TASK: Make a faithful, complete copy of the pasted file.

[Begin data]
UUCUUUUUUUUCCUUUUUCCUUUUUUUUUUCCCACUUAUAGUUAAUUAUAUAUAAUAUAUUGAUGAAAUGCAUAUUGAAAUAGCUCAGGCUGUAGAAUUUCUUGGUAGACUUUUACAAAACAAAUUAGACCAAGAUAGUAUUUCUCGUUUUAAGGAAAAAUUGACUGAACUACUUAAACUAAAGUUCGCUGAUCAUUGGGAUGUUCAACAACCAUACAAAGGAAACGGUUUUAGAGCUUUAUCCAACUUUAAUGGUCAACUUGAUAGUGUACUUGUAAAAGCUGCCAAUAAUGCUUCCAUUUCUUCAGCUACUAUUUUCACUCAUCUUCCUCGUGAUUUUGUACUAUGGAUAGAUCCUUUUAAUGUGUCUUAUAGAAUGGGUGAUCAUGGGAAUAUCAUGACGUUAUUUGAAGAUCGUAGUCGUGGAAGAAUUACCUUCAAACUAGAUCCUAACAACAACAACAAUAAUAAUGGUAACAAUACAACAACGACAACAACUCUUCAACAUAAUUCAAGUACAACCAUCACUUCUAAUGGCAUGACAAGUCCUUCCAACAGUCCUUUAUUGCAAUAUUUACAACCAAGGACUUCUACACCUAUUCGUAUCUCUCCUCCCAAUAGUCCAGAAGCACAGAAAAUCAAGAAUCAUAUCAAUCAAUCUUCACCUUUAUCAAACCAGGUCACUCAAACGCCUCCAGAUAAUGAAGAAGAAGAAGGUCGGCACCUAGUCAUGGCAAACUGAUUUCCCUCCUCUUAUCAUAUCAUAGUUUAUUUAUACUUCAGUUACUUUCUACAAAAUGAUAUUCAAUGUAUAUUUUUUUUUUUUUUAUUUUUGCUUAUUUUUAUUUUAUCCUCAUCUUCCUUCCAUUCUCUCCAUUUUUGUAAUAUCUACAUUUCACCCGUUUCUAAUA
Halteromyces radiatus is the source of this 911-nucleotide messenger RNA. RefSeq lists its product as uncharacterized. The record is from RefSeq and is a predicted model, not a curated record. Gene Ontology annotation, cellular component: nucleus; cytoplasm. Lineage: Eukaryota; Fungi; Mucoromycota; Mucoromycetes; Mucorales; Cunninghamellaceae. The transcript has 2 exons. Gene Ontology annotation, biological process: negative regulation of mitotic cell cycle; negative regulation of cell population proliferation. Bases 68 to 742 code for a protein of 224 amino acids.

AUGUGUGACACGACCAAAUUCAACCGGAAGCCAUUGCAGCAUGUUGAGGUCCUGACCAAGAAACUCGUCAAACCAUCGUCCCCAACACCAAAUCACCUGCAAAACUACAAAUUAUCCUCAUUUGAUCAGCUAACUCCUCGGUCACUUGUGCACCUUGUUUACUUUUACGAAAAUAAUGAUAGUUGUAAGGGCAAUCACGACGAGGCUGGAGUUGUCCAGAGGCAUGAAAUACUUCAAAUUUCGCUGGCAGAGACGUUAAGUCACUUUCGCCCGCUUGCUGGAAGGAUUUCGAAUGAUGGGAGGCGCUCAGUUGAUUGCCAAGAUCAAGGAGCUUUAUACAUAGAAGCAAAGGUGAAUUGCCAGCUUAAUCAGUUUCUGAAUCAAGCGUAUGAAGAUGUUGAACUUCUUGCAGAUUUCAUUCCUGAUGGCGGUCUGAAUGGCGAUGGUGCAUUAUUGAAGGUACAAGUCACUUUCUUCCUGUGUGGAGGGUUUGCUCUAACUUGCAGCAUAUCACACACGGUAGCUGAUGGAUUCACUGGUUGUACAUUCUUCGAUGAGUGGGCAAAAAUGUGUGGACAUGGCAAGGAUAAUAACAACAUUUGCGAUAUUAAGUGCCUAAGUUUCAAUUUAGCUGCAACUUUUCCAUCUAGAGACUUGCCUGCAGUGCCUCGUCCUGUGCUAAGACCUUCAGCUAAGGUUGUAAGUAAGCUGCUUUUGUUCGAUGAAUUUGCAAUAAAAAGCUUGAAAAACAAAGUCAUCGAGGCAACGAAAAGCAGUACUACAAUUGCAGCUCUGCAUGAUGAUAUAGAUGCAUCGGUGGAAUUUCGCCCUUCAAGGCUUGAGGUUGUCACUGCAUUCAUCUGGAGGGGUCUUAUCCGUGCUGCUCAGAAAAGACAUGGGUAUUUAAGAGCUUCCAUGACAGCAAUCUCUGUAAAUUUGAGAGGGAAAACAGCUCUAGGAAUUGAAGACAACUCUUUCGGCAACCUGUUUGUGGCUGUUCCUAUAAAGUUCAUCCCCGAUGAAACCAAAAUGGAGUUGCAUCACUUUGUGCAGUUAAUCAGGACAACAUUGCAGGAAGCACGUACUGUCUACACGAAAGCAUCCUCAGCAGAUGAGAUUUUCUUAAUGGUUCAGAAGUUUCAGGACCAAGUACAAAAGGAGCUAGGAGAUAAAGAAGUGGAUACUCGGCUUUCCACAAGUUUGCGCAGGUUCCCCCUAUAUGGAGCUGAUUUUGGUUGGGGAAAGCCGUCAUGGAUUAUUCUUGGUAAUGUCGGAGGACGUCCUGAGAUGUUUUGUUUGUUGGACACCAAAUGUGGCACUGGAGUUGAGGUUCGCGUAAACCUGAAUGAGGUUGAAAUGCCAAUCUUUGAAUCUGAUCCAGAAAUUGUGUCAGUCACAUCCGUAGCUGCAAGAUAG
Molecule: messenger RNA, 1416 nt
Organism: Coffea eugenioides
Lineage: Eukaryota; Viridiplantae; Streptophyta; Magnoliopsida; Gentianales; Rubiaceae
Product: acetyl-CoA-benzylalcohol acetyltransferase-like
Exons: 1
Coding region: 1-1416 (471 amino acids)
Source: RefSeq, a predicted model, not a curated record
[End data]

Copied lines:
UUCUUUUUUUUCCUUUUUCCUUUUUUUUUUCCCACUUAUAGUUAAUUAUAUAUAAUAUAUUGAUGAAAUGCAUAUUGAAAUAGCUCAGGCUGUAGAAUUUCUUGGUAGACUUUUACAAAACAAAUUAGACCAAGAUAGUAUUUCUCGUUUUAAGGAAAAAUUGACUGAACUACUUAAACUAAAGUUCGCUGAUCAUUGGGAUGUUCAACAACCAUACAAAGGAAACGGUUUUAGAGCUUUAUCCAACUUUAAUGGUCAACUUGAUAGUGUACUUGUAAAAGCUGCCAAUAAUGCUUCCAUUUCUUCAGCUACUAUUUUCACUCAUCUUCCUCGUGAUUUUGUACUAUGGAUAGAUCCUUUUAAUGUGUCUUAUAGAAUGGGUGAUCAUGGGAAUAUCAUGACGUUAUUUGAAGAUCGUAGUCGUGGAAGAAUUACCUUCAAACUAGAUCCUAACAACAACAACAAUAAUAAUGGUAACAAUACAACAACGACAACAACUCUUCAACAUAAUUCAAGUACAACCAUCACUUCUAAUGGCAUGACAAGUCCUUCCAACAGUCCUUUAUUGCAAUAUUUACAACCAAGGACUUCUACACCUAUUCGUAUCUCUCCUCCCAAUAGUCCAGAAGCACAGAAAAUCAAGAAUCAUAUCAAUCAAUCUUCACCUUUAUCAAACCAGGUCACUCAAACGCCUCCAGAUAAUGAAGAAGAAGAAGGUCGGCACCUAGUCAUGGCAAACUGAUUUCCCUCCUCUUAUCAUAUCAUAGUUUAUUUAUACUUCAGUUACUUUCUACAAAAUGAUAUUCAAUGUAUAUUUUUUUUUUUUUUAUUUUUGCUUAUUUUUAUUUUAUCCUCAUCUUCCUUCCAUUCUCUCCAUUUUUGUAAUAUCUACAUUUCACCCGUUUCUAAUA
Halteromyces radiatus is the source of this 911-nucleotide messenger RNA. RefSeq lists its product as uncharacterized. The record is from RefSeq and is a predicted model, not a curated record. Gene Ontology annotation, cellular component: nucleus; cytoplasm. Lineage: Eukaryota; Fungi; Mucoromycota; Mucoromycetes; Mucorales; Cunninghamellaceae. The transcript has 2 exons. Gene Ontology annotation, biological process: negative regulation of mitotic cell cycle; negative regulation of cell population proliferation. Bases 68 to 742 code for a protein of 224 amino acids.

AUGUGUGACACGACCAAAUUCAACCGGAAGCCAUUGCAGCAUGUUGAGGUCCUGACCAAGAAACUCGUCAAACCAUCGUCCCCAACACCAAAUCACCUGCAAAACUACAAAUUAUCCUCAUUUGAUCAGCUAACUCCUCGGUCACUUGUGCACCUUGUUUACUUUUACGAAAAUAAUGAUAGUUGUAAGGGCAAUCACGACGAGGCUGGAGUUGUCCAGAGGCAUGAAAUACUUCAAAUUUCGCUGGCAGAGACGUUAAGUCACUUUCGCCCGCUUGCUGGAAGGAUUUCGAAUGAUGGGAGGCGCUCAGUUGAUUGCCAAGAUCAAGGAGCUUUAUACAUAGAAGCAAAGGUGAAUUGCCAGCUUAAUCAGUUUCUGAAUCAAGCGUAUGAAGAUGUUGAACUUCUUGCAGAUUUCAUUCCUGAUGGCGGUCUGAAUGGCGAUGGUGCAUUAUUGAAGGUACAAGUCACUUUCUUCCUGUGUGGAGGGUUUGCUCUAACUUGCAGCAUAUCACACACGGUAGCUGAUGGAUUCACUGGUUGUACAUUCUUCGAUGAGUGGGCAAAAAUGUGUGGACAUGGCAAGGAUAAUAACAACAUUUGCGAUAUUAAGUGCCUAAGUUUCAAUUUAGCUGCAACUUUUCCAUCUAGAGACUUGCCUGCAGUGCCUCGUCCUGUGCUAAGACCUUCAGCUAAGGUUGUAAGUAAGCUGCUUUUGUUCGAUGAAUUUGCAAUAAAAAGCUUGAAAAACAAAGUCAUCGAGGCAACGAAAAGCAGUACUACAAUUGCAGCUCUGCAUGAUGAUAUAGAUGCAUCGGUGGAAUUUCGCCCUUCAAGGCUUGAGGUUGUCACUGCAUUCAUCUGGAGGGGUCUUAUCCGUGCUGCUCAGAAAAGACAUGGGUAUUUAAGAGCUUCCAUGACAGCAAUCUCUGUAAAUUUGAGAGGGAAAACAGCUCUAGGAAUUGAAGACAACUCUUUCGGCAACCUGUUUGUGGCUGUUCCUAUAAAGUUCAUCCCCGAUGAAACCAAAAUGGAGUUGCAUCACUUUGUGCAGUUAAUCAGGACAACAUUGCAGGAAGCACGUACUGUCUACACGAAAGCAUCCUCAGCAGAUGAGAUUUUCUUAAUGGUUCAGAAGUUUCAGGACCAAGUACAAAAGGAGCUAGGAGAUAAAGAAGUGGAUACUCGGCUUUCCACAAGUUUGCGCAGGUUCCCCCUAUAUGGAGCUGAUUUUGGUUGGGGAAAGCCGUCAUGGAUUAUUCUUGGUAAUGUCGGAGGACGUCCUGAGAUGUUUUGUUUGUUGGACACCAAAUGUGGCACUGGAGUUGAGGUUCGCGUAAACCUGAAUGAGGUUGAAAUGCCAAUCUUUGAAUCUGAUCCAGAAAUUGUGUCAGUCACAUCCGUAGCUGCAAGAUAG
Molecule: messenger RNA, 1416 nt
Organism: Coffea eugenioides
Lineage: Eukaryota; Viridiplantae; Streptophyta; Magnoliopsida; Gentianales; Rubiaceae
Product: acetyl-CoA-benzylalcohol acetyltransferase-like
Exons: 1
Coding region: 1-1416 (471 amino acids)
Source: RefSeq, a predicted model, not a curated record